2) Propagate routes: Note that when you update routing tables in SmartDashboard when you save the policy, the routes are immediately injected into the  running VSs even if you don’t do a SAVE. So you might want to think about limiting the propagation of routes if it will be a problem.

Check out this listing of files that changed after I saved the dashboard. THe files contain mostly routing information. These files are also updated with dinking with interfaces and spoofing. Oh yeah, in theory all you have to do is a “Save Policy”, but in reality you probably have to do a push policy. For example routing is suppose to be independent and not need a install policy, but you may run into spoofing issues and so you have to push policy to make it all work. Interfaces and spoofing you have to push policy to make work. I would say for major interface updates like bonding, vlans, give it the old reboot too.

3) VSs are attached to VSX gateway objects. This is a permanent binding, you can’t undo. If you need to rename the VSX gateway object, you basically can’t. You have to have downtime on all VSs as you re-create VSs on new VSX gateway objects.

4) Think about the things that are shared; CPU, time, file system like the /etc directory. All these shared items impact the whole chassis. So if someone deletes the /etc directory or a critical file like resolve.conf, you lose the whole platform. So create least privilege around who can modify these shared items.

5) Along with #4 above. Arp tables. VSX interacts with many clients so it creates huge arp tables. Check out sk43772.

6) Along with #4, watch out for SmartMonitor, cpstat fw -f os, top, fw ctl pstat. They all lie about CPU utilization. VSs share CPUs, but the reporting tools only report on the average of ALL the CPUs.  If the system is configured to use 2 of 12 CPUs, you get the average of all 12 even though the 2 are running at 100%. So your average will be say…. 80% idle.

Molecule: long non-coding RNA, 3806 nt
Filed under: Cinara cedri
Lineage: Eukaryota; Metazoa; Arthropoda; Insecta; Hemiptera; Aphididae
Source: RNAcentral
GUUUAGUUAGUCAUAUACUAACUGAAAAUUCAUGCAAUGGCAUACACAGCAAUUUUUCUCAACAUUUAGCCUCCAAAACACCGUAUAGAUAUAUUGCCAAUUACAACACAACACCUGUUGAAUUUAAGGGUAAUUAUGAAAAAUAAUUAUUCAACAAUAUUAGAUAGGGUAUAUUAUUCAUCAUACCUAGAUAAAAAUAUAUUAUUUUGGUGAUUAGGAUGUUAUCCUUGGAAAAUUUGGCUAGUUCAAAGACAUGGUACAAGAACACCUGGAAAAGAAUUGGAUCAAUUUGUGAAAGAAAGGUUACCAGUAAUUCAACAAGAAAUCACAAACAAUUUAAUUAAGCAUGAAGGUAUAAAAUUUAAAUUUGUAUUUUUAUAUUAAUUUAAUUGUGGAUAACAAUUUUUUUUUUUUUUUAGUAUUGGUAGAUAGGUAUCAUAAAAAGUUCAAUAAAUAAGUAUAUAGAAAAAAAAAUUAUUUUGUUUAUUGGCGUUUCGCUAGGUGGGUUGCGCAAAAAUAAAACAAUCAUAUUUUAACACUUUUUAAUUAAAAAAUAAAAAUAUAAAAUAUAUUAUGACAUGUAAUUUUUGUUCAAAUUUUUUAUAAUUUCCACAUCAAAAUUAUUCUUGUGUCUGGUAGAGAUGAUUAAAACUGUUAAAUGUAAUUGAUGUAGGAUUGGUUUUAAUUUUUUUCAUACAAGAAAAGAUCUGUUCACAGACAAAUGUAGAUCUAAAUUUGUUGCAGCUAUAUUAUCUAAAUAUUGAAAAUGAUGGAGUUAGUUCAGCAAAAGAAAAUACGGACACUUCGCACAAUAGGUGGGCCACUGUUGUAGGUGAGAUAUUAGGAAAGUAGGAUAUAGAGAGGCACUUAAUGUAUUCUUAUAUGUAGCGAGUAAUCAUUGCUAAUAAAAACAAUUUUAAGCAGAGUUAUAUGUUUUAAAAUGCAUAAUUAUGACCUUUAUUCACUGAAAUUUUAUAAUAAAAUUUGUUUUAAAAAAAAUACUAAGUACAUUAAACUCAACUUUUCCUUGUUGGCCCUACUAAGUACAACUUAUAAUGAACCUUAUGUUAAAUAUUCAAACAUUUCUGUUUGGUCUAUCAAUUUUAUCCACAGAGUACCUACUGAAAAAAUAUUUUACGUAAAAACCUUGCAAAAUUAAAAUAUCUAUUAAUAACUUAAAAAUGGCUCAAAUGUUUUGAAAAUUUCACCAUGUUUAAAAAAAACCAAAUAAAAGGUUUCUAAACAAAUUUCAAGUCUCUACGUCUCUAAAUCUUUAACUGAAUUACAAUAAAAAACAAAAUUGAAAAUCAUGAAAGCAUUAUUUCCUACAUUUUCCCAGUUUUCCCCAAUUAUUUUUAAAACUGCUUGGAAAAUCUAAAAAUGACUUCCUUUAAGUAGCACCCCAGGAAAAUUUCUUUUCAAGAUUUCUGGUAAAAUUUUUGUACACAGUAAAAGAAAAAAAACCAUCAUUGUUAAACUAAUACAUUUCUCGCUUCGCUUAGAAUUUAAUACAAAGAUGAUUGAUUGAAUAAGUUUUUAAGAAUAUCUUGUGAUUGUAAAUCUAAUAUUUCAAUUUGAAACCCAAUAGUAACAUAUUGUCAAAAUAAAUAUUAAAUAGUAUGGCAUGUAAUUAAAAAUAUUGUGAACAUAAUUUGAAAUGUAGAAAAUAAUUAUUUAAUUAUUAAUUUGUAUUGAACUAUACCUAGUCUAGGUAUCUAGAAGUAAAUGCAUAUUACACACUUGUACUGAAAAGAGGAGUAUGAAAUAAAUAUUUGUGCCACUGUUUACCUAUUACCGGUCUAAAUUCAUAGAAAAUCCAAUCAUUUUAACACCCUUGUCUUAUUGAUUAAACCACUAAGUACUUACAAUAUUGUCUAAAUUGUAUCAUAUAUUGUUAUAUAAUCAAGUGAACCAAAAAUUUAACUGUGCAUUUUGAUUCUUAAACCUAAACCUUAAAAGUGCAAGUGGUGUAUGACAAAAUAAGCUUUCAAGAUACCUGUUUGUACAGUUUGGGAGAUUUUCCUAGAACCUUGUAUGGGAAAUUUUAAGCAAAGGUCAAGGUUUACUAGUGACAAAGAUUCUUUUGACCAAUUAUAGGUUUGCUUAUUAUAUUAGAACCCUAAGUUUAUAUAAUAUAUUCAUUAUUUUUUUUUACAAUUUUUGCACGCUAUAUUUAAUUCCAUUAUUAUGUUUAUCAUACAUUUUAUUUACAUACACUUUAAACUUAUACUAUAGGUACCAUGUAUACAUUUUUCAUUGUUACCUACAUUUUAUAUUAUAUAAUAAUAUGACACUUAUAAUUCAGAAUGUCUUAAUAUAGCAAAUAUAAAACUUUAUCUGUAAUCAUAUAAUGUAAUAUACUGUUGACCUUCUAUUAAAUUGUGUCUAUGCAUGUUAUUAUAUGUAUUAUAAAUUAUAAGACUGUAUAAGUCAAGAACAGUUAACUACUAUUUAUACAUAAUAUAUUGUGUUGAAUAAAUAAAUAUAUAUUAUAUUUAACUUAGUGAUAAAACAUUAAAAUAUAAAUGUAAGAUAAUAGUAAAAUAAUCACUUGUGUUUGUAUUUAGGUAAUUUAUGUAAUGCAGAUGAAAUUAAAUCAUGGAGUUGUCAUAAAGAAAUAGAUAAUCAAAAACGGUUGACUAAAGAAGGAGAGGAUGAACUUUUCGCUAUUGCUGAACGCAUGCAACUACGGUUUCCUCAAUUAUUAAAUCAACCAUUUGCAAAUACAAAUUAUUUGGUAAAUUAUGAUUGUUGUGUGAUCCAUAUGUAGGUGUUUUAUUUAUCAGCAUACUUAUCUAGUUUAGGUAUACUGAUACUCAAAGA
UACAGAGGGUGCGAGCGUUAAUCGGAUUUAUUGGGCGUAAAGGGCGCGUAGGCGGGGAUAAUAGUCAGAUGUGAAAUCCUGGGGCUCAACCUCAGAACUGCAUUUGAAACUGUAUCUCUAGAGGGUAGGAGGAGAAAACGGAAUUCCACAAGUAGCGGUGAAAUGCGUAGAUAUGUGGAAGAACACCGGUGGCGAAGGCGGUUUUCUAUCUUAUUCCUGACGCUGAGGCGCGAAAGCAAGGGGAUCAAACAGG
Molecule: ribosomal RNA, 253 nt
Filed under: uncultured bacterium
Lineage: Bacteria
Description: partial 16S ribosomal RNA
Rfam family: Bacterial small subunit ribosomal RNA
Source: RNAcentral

7) I guess the biggest issue is scope. VSX is fantastic for small little used firewalls.Major gateways with 10s thousands of users or major ecommerce gateways….no. Why? 1) Shared platform – Any virtual system shares the platform. Eggs in one basket.If your lab firewall all of a sudden overwhelms the CPU, then your ecommerce firewall is toast. If an admin types in the wrong command, toast. If  you add interfaces and something goes wrong, toast. 2) Going backwards – VSX is really cool, but it is difficult to go backwards. Yes you can delete virtual systems….but you sit there with your fingers cross praying to gods you didn’t even know exist. And if it blows, get ready to hand edit internal databases. I’ve done it. Sucks. Check Point HAS to fix their DMS database from flat files to a SQL lite database. Right now an object name appears in 100 different places. If the delete or modify goes wrong, it only updates 50 of the 100 and then you hunt for the rest. And pray none are in a binary file.  3) Upgrades. If you never done a VSX upgrade then you won’t appreciate what it takes and how delicate it can be. You really don’t want to do this on a $1million/minute gateway. With ANY virtual system. Just one mans opinion.

That’s what I know for now, stay tuned I’m sure this will get updated as life goes on.


Using WebUI with VSX

Learned this one today. Thanks Jon!

Notice you can’t use WebUI with VSX. Well, make VSX go away.